very long exposures

Discussion in 'Beyond the Basics' started by William Petruzzo, Sep 5, 2008.

  1. William Petruzzo

    William Petruzzo TPF Noob!

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    I've never spent too much time trying to capture long exposures. I've just never really needed to. I understand the principles and I've been satisfied with that. Well, in the past few days I've had the urge to try my hand at it. Nothing too crazy, maybe 10 - 20 minute exposures max... I don't want to waste my whole life looking at a stopwatch!

    Anyways, I set out to give it a shot tonight. Not trying to catch anything spectacular, just seeing if I can get the exposure right. It came kind of close, but it seems that I'm under exposing a bit and I can't quite figure it out.

    My easiest understanding of how the very long exposures work is half using the camera's built in metering by checking for a "correct" exposure at 30-sec, 3200 ISO and a fairly small f/stop. Then, reducing the ISO to 100 and the cranking the f/stop as high as I like and then add the appropriate number of stops to the shutter speed to compensate.

    Now, unless I'm mistaken, if the stop-counting is done correctly, that should yield a correct exposure. Well, it's close, but dark. I know that based on trial and error, I could just boost my exposure time. But I'm not really content with that. I'd like to try out some extremely long exposure, maybe several hours and if that's the plan, I'd like to have some confidence that I'm doing it right. So Is there something I could do to improve this technique or am I missing a vital step here or something?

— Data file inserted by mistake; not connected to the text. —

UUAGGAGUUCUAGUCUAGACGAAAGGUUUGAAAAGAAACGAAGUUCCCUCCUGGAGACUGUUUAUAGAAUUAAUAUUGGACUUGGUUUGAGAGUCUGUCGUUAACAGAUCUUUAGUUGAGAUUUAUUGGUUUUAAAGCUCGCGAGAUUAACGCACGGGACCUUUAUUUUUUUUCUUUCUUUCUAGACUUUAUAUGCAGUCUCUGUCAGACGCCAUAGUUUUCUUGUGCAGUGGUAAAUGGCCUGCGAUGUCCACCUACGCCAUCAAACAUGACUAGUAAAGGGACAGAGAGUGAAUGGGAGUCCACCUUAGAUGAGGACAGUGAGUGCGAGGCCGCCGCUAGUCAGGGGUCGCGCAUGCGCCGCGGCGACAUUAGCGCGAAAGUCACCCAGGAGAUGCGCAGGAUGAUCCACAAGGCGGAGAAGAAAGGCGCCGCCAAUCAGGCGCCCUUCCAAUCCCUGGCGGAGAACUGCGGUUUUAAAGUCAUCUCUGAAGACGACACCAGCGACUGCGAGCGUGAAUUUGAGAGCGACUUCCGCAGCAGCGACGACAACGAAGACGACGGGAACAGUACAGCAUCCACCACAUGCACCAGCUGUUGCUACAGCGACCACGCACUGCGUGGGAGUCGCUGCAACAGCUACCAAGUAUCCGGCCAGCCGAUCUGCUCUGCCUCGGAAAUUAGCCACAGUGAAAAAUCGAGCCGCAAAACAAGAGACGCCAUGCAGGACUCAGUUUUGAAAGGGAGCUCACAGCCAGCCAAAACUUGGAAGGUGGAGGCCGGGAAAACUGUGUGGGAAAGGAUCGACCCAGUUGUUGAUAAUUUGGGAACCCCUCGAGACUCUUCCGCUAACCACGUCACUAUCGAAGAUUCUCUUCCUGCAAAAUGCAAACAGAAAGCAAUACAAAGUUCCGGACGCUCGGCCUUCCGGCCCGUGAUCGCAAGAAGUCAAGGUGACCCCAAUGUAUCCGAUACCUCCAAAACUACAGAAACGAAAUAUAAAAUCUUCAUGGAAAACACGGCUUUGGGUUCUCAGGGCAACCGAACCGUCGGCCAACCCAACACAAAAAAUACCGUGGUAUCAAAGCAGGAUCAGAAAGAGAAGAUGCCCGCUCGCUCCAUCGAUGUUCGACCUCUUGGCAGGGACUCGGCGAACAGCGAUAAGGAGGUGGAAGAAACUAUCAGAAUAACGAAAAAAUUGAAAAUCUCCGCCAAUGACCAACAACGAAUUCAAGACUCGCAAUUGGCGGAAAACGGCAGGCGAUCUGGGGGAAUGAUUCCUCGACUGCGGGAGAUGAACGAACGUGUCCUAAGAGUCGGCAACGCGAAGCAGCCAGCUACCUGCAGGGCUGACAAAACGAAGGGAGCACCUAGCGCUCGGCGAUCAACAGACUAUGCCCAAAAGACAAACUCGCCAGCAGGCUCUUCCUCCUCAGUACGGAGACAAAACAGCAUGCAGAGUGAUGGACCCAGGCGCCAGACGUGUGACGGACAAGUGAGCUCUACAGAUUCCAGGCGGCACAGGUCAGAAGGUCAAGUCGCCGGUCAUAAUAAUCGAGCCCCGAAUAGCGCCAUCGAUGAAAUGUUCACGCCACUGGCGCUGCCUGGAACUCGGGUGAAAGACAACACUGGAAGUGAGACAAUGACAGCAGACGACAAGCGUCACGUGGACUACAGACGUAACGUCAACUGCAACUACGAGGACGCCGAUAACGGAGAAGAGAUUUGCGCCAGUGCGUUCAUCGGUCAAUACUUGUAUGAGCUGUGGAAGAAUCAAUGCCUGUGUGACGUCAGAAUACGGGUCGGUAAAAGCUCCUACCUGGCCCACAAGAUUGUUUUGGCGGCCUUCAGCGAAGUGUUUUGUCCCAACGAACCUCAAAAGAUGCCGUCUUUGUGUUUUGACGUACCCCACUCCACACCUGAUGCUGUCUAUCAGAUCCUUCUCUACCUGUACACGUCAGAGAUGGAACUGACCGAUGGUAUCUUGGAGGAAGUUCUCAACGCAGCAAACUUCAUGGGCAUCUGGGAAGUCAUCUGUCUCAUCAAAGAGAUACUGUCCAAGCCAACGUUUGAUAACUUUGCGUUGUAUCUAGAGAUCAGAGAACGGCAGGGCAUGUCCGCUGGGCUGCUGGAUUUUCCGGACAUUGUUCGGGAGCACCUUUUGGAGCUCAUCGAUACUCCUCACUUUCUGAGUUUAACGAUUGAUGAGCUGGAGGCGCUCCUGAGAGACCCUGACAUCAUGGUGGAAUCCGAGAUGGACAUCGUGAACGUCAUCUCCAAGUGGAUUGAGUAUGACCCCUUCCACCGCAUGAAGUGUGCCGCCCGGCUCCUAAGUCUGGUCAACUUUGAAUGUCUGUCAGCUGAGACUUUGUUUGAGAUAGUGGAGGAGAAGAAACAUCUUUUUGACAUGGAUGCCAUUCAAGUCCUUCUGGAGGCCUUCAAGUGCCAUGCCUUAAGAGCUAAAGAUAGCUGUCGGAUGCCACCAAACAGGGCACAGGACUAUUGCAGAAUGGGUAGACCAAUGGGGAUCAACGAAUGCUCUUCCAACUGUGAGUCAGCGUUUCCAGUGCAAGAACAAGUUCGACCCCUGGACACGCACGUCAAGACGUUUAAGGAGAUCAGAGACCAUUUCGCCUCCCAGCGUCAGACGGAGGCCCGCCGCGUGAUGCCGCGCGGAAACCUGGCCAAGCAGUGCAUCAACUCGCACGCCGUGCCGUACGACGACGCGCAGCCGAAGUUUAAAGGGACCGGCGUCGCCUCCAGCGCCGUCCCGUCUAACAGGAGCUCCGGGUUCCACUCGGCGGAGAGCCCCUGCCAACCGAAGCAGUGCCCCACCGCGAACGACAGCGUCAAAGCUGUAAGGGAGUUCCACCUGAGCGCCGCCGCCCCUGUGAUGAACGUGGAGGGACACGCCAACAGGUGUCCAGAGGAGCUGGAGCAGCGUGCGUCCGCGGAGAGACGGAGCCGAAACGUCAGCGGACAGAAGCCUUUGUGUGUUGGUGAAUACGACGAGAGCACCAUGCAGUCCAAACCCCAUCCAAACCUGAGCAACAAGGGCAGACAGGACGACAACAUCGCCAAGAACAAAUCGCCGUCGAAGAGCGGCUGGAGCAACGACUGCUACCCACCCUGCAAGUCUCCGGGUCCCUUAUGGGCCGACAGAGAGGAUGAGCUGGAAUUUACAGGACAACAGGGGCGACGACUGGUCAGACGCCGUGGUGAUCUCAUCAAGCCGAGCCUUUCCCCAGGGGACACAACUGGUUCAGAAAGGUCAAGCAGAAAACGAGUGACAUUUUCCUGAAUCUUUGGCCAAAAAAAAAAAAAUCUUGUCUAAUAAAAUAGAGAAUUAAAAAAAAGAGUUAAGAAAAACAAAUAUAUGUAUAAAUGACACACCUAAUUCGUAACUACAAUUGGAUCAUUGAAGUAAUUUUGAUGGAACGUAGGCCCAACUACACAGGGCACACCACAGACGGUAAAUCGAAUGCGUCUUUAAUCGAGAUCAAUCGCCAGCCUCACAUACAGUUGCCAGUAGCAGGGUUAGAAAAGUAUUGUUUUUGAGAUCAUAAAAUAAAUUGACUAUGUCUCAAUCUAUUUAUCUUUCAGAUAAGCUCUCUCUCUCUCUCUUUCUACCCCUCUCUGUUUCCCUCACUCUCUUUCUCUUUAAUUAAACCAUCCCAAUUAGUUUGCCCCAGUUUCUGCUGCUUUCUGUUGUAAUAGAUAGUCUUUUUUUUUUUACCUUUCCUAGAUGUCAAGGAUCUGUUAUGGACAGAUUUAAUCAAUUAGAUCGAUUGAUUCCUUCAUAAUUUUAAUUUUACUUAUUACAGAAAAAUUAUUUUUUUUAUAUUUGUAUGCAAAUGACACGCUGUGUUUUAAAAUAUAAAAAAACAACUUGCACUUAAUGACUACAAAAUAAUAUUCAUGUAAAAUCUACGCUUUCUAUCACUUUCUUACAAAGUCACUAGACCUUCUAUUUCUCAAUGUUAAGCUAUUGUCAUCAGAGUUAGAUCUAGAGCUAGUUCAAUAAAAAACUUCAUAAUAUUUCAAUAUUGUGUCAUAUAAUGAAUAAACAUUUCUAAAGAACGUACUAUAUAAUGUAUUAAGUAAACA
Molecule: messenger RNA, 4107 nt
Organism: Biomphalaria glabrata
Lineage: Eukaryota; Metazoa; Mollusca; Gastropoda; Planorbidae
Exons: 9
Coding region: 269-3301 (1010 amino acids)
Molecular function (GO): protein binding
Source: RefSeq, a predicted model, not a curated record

2. Flash Harry

    Flash Harry TPF Noob!

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    Meter with your chosen lens wide open, this will show you the exposure time, say 1/15 sec, then stop down so that all is in focus and multiply the time by number of stops, this will give you an exposure to work with but as you found out, due to light polution it has come out dark with any bright lights in the scene pretty blown out, probably 2,3 or four stops, double exposure time, check, double again, check, then again and again till you achieve a correct exposure for your shadow area. Its the light meter causing problems, as in a snow scene, if you want white snow, overexpose, and depending on how bright a day more exposure gives better results. H
     
  3. William Petruzzo

    William Petruzzo TPF Noob!

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    Hmm. So it's likely to be trial and error? What about the people up north doing 24 hour exposures of stars? They must have a method for knowing how to judge the length of the exposure. I mean a lot of those pictures feature buildings and trees and stuff. Is it really just educated guess work?
     
  4. Bifurcator

    Bifurcator TPF Noob!

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    I did a whole bunch of long exposures with film back in the dark ages. For me it was all guess work and reading the findings of other photographers that also learned by and prescribed guessing - like pre-exposing (fogging) the film and so on.

    The formula you mentioned above sounds interesting and if the images are coming out "dark" then maybe you're getting it right - I mean the natural scene is "dark" right? So if you want it artificially light then you need to adjust for that.